We are connected to the stars.

The Cosmic Cycle

  • This sequence of images show's an artist's concept of the expanding blast wave from a supernova explosion. The first image shows the star as it may have appeared before the eruption, The last image shows the location of SN2011dh on June 7, 2011.It's the second supernova to erupt in the Whirlpool Galaxy (M51) in only six years,
    Illustration credit: Gemini Observatory, Lynette Cook; Animation and image credit: R. Jay GaBany
  • By: R. Jay GaBany

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The life and death of stars.

Nothing brightens the cosmos like a supernova. The demise of a star releases enormous quantities energy and material that's like pollen for a new generation of stars, planets and life itself.

Ultimately, humankind's fascination with the stars in the heavens is an ageless quest to learn more about ourselves and our own origins. Where did we come from, what are we made of? These and other gut level questions are the sparks that ignite our most profound curiosity.

The ancient Greeks speculated matter was an arrangement of invisibly small building blocks and coined the name 'atom' to represent the indivisible pieces. Al though they lacked the technology and scientific discipline, Greek atomists ,like Democritus of Abdera, came close to our modern day understanding of nature around the year 400BC. Over the past century, we've discovered twelve basic building blocks of which three- protons, neutrons and electrons- are required to combine and make everything in the Universe, including ourselves.
  • Democritus of Abdera, 100 Greek Drachma (1967)

    This note is now obsolete.
  • Image credit: Jacob Lewis Bourjaily

Science has revealed that everything in the Universe is composed of the same basic ingredients and over time, they can be recycled to make something different. For example, every atom in our bodies was once part of something else. Over time, rocks can become living things and living things, following their demise, can become fossilized rocks. What's true for us is also true for the stars.

99 percent of the Universe is hydrogen and helium. These were created in the first seconds following the Big Bang. But, our world contains 94 naturally occurring elements. Where did they come from?

In addition to the three fundamental particles of nature, there exists four essential forces that operate throughout the Universe. Two of the these, the strong and weak nuclear force, occur within the atom and have an extremely limited range. The third, called electromagnetism, is responsible for electricity, magnetism and light. It also acts on the atomic level to hold matter together by giving a positive charge to protons and a negative charge to electrons. The fourth has an almost infinite range, It shapes and controls the Universe on the grandest scale and is both the creator and destroyer of planets and the stars themselves. It's known as gravity.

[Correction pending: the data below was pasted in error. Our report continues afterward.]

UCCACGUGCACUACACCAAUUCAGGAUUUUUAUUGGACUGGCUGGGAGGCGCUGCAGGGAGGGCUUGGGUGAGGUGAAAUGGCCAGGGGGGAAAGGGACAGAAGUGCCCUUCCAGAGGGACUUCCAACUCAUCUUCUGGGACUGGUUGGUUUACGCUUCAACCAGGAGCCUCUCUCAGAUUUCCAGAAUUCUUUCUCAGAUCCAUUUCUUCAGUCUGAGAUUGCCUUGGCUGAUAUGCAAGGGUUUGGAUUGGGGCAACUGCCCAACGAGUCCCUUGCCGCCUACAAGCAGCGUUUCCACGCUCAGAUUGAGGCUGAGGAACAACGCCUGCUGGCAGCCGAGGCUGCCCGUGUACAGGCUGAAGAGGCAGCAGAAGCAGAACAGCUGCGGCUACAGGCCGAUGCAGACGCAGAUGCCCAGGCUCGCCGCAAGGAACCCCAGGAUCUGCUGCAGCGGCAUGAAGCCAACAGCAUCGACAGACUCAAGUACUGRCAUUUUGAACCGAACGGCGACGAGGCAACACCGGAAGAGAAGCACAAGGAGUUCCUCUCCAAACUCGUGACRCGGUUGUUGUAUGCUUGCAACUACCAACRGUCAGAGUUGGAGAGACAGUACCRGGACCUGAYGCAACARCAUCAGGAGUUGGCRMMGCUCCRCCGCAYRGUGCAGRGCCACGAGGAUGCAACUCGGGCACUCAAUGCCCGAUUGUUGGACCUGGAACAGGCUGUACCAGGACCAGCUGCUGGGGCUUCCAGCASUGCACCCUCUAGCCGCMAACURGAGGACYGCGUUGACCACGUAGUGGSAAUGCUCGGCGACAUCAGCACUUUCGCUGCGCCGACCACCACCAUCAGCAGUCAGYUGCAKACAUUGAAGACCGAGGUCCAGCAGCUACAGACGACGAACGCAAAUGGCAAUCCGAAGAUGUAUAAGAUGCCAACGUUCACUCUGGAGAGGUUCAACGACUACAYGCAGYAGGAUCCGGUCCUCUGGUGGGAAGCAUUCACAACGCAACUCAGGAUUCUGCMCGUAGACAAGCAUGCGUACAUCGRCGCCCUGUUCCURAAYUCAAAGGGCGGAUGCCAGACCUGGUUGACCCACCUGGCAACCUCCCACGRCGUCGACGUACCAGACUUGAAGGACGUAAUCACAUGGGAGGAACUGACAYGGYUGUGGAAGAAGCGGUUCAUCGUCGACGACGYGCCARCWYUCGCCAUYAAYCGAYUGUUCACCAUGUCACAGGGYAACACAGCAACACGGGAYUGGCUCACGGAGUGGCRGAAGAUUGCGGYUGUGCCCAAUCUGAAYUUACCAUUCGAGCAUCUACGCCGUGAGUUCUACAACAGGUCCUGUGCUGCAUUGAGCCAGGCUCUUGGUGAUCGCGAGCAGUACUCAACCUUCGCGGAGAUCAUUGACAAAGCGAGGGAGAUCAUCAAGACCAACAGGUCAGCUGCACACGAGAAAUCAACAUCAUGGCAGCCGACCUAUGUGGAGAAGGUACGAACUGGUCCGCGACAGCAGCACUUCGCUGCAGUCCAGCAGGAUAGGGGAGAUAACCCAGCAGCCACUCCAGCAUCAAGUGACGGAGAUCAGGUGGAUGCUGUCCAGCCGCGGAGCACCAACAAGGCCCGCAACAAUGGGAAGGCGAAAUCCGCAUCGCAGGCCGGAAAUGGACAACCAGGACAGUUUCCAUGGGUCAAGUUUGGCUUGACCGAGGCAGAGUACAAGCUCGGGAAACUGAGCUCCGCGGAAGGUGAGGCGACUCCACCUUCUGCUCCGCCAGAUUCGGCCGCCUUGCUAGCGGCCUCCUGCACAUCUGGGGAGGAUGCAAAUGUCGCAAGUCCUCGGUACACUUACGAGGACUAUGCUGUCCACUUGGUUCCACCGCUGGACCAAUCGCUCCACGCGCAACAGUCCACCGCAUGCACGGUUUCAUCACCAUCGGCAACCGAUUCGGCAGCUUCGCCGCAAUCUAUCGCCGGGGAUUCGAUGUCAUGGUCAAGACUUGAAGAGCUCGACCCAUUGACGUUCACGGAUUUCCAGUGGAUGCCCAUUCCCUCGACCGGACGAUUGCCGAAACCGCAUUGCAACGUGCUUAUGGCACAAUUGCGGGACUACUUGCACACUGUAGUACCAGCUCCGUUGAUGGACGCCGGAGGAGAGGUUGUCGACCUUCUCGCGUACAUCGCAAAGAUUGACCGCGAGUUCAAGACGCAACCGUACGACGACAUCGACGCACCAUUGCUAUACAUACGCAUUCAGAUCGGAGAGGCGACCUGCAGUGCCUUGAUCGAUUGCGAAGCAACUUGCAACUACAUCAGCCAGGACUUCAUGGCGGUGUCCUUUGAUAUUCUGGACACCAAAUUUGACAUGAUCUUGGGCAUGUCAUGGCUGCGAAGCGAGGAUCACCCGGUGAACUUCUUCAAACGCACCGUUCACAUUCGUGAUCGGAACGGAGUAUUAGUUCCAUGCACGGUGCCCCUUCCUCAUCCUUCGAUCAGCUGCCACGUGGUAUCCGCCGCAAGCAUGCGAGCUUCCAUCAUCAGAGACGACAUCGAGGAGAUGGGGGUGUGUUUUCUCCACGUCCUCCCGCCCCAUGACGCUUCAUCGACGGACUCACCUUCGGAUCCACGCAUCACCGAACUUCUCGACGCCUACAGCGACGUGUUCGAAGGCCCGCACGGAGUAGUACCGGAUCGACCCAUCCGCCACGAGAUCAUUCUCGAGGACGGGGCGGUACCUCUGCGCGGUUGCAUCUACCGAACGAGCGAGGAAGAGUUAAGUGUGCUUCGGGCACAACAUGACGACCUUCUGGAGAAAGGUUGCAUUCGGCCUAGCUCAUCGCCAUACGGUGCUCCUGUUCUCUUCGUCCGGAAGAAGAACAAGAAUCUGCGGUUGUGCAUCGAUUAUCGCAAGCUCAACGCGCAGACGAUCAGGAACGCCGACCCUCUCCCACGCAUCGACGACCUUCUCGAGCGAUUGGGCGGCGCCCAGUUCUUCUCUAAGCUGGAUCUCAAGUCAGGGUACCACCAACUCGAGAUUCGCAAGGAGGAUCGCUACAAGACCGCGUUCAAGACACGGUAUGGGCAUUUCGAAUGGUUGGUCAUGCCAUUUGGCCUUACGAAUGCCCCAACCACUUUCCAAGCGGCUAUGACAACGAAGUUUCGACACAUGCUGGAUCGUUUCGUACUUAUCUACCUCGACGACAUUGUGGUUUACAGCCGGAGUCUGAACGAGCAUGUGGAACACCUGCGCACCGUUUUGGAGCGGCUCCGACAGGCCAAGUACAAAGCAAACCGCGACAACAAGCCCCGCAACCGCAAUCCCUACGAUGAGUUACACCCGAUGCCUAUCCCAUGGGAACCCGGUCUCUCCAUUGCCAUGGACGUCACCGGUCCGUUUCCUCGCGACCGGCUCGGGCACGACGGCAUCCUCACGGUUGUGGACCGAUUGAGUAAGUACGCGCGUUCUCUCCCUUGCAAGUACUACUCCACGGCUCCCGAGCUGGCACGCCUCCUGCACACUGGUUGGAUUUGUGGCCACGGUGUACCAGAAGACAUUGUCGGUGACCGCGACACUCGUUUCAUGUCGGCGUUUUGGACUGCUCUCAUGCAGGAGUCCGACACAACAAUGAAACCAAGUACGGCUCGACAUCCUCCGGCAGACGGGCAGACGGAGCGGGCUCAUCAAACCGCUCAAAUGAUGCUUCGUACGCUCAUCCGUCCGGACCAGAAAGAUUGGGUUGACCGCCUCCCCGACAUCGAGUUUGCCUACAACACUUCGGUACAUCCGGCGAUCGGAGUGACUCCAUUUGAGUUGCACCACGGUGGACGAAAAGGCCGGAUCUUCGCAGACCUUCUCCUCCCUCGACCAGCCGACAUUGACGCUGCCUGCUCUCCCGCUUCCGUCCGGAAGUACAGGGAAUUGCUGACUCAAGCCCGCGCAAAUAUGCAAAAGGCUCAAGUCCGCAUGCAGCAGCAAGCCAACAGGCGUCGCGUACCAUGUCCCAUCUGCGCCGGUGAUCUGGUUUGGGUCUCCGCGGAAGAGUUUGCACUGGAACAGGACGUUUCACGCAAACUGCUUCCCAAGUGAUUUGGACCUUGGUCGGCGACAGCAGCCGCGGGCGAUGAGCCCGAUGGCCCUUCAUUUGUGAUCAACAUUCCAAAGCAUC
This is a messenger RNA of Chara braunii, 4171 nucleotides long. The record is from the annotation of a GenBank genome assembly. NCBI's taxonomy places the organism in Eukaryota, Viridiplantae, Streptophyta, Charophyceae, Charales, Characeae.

Chemistry is actually a science of numbers that enables us to understand how the four essential forces interact with the three fundamental particles.

For instance, the nucleus of an atom is made of protons and neutrons. If an atom has one proton, its called hydrogen. If it has two protons, its helium; Lithium has three protons; beryllium has four; and so on up to 92 protons, which is called uranium. The chemistry of an atom depends on its number of protons and is called the atomic number. Elements are usually arranged in their order of complexity on the periodic table.

The number of protons and neutrons in the nucleus are held together by the strong nuclear force which acts like short hooks to hold the nucleus together. The number of positively charged protons in an atom equals the number of negatively charged electrons flying in a cloud surrounding the nucleus. Thus, an atom is electrically neutral. Since things with negative charges repel other things with negative charges, electrons keep atoms from spontaneously combining and allow us to set a coffee cup on a table without it falling through.

Interestingly, there is no difference between three nuclei of helium (with two protons) and the nucleus of carbon (with six protons) if the hooks of the strong nuclear force have been engaged. Adding nuclei of one atom to another creates new elements. However, engaging the hooks of the strong nuclear force require the nuclei to be brought very close together. This can only happen under very high temperatures, in the tens of millions of degrees, where the atoms are moving too fast for the repulsive electromagnetic force of the electrons to keep them apart.

Fortunately, conditions like this are common throughout the Cosmos. Where?     More »

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